Are E-Readers Over?

Diehard e-reader fans may disagree, but it looks like the reign of the e-reader could potentially be coming to a close. That’s not to say the concept of having an ultra-portable reading device constantly on hand is a dead one — not at all. In fact, tablet sales are booming, and it’s spelling doom for the humble e-reader.

According to a Pew Research Center report from last year, 23 percent of Americans said they read e-books in 2012, up from 16 percent the previous year. But they’re not buying e-readers to read them on: they’re using tablets.

Last year, E Ink Holdings (the company that manufactures e-ink screens) posted a staggering net loss of $33.6 million. E-reader sales have been dropping since 2011, and IDC predicts they’ll continue to do so. Meanwhile, tablet sales increased by 50.6 percent in 2013, and show no sign of stopping.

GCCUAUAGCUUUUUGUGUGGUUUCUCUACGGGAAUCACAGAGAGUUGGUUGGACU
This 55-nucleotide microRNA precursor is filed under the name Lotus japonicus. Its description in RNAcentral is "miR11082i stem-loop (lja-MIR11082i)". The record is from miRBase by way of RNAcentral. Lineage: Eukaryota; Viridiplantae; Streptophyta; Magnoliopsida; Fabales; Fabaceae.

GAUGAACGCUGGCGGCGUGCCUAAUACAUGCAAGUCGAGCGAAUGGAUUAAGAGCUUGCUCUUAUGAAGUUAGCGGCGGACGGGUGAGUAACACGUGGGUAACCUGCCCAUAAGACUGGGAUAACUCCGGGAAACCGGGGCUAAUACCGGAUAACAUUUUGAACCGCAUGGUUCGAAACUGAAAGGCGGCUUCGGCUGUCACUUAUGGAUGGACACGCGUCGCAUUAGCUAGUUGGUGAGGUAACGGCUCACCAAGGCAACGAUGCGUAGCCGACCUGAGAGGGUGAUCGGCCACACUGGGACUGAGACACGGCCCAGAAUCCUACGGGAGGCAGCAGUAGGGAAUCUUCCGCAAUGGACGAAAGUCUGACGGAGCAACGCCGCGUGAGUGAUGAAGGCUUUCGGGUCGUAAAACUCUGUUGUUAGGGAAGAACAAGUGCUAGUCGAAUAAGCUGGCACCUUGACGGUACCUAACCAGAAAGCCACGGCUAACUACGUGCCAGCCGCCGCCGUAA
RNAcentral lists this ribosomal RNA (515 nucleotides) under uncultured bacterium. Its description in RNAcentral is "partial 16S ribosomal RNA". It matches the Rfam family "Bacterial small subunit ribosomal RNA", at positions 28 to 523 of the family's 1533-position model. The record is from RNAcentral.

The color displays and expanded capabilities of tablets make them a sure bet for many consumers, especially since they’ve been slowly but steadily dropping in price. And, as the Wall Street Journal points out, the simplicity of dedicated e-readers make them long-lasting and unlikely to become outdated as quickly as tablets do. That means that even if e-reader fans keep using their trusty devices year after year, they’re not buying new ones.

For dedicated e-reader devotees, however, the awesome battery life, rock-bottom price, longevity and simple design of a dedicated e-reader still wins out. Whether that will hold true for the manufacturers of these devices remains to be seen.

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